Updated January 21, 2022 - 4:51 am
Shea Theodore unleashed a homestand’s worth of frustration into one leaping body check to the glass.
The Golden Knights were on the precipice of disaster more than 40 minutes earlier Thursday night at T-Mobile Arena. Right wing Mike Hoffman scored to give the Montreal Canadiens, who have the fewest points in the NHL, a 3-2 lead with 13:45 to play.
It appeared as if an ugly ending was in the making to an already 2-3-2 homestand. But the Knights, down captain Mark Stone and defenseman Zach Whitecloud, pushed back.
Left wing Jonathan Marchessault tied the game with a power-play goal with 8:21 left in the third. Theodore then executed a backhand-forehand move in overtime with defenseman Ben Chiarot in his face, beat goaltender Sam Montembeault and launched himself into the corner of the offensive zone in celebration.
Crisis averted. The Knights snapped an 0-2-1 skid with a 4-3 overtime victory to close their season-long, eight-game homestand.
“We played well and definitely had a lot of chances, but we had to tighten up defensively,” said Theodore, who got his 200th NHL point on the goal. “It was definitely a big goal to finish the homestand on a note like that and head to the road trip with some positivity.”
The Knights played a strong game without Stone (COVID-19 protocol) and Whitecloud (upper-body injury). They controlled the puck, created dangerous chances and finished with a season-high 53 shots on goal.
They’ve had more in a game only once in their history.
It still didn’t look as if it would be enough to win after Hoffman’s goal in the third. Centers Chandler Stephenson and William Karlsson scored to give the Knights leads of 1-0 and 2-1 in the first and second periods. The Canadiens responded each time.
Goaltender Robin Lehner continued his tough stretch by giving up three goals on 27 shots. He made five straight starts to finish the homestand and went 2-2-1 with an .893 save percentage.
The Knights picked him up after Hoffman scored and avoided their second four-game losing streak of the season. The Canadiens fell to 2-10-4 in their past 16 games.
“They got a couple timely goals, but we stuck with it,” coach Pete DeBoer said. “I liked the fact we didn’t panic, we stuck with it and found a way, and a couple of our big guys made big plays down the stretch.”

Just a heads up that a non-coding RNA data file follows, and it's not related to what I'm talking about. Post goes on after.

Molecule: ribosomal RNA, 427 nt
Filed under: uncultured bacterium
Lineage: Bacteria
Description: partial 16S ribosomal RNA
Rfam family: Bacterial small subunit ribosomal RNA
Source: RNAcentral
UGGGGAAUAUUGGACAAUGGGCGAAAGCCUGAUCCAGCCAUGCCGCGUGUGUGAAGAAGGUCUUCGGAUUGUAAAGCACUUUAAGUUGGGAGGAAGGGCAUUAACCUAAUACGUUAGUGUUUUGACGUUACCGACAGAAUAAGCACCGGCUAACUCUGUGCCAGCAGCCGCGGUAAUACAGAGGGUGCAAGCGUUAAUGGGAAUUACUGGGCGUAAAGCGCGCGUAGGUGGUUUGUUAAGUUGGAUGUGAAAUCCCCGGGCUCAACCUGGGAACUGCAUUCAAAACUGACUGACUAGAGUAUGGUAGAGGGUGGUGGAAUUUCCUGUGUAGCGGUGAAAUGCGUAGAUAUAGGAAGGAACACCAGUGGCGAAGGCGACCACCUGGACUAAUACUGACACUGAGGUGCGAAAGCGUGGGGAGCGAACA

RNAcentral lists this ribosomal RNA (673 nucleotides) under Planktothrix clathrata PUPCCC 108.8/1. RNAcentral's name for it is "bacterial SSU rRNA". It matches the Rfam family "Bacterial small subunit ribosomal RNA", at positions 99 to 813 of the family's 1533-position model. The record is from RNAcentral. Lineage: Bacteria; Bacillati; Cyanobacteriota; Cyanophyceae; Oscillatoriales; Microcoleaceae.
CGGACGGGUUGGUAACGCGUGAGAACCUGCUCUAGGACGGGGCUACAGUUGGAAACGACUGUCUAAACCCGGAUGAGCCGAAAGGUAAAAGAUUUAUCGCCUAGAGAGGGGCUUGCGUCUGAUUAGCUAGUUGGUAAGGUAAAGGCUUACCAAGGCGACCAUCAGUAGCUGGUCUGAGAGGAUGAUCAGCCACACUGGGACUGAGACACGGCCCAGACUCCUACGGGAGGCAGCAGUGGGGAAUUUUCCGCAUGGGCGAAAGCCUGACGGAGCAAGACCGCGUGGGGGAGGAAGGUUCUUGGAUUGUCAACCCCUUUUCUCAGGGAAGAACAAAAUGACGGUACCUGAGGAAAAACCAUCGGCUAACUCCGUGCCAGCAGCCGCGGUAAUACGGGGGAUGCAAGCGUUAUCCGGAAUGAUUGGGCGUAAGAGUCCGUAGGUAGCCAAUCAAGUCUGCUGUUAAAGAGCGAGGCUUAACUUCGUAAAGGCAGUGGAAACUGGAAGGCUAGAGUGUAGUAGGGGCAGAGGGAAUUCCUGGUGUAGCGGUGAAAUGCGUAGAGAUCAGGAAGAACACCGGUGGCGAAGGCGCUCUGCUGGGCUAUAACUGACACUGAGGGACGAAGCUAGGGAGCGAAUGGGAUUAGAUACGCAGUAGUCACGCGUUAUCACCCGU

Here are three takeaways from the win:
1. Power play stays hot
The Knights lost to the Canadiens in the NHL semifinals in the 2021 postseason in part because they went 0-for-15 on the power play.
They had much less trouble breaking down Montreal’s penalty kill Thursday.
Karlsson scored off a give-and-go with Marchessault with 9:14 left in the second period for his first power-play point of the season. Marchessault then got his own power-play goal in the third.
Karlsson and Marchessault credited linemate Reilly Smith for coming up with the game-tying play. Karlsson won a faceoff back to Theodore, who passed the puck back to Karlsson along the left wall. Marchessault crept down from the right point to the right circle, and Karlsson hit him on the tape for a wide-open wrist shot.
“(Smith) kind of drew that up and said (Marchessault) was going to be open on that side,” Karlsson said. “He had a lot of time and put it in.”
The Knights have six power-play goals in their past five games. The unit that struggled so much in the playoffs ranks 12th in the NHL at 21.9 percent.
2. Mr. 300
Stephenson celebrated playing in his 300th NHL game by scoring his 12th goal of the season.
Right wing Evgenii Dadonov attempted a centering pass from the corner of the offensive zone, and Montembeault kicked the puck to the slot. Stephenson was there waiting and pounced.
He moved into a tie with left wing Max Pacioretty for the second-most goals on the team and extended his point streak to three games. He also did so wearing an “A” on his chest for alternate captain with Stone out of the lineup.
3. Karlsson’s game
Karlsson’s goal and assist gave him his third two-point game of the season.
The 29-year-old is on pace for his worst offensive season with the Knights with six goals and seven assists in 26 games.
DeBoer is hopeful Thursday’s game will help jump-start the center’s production.
“Willy has always been a bit of a streaky scorer,” DeBoer said. “When he’s feeling it, it usually comes in bunches. His effort is consistent every single day. He shows up and gives you everything he’s got.”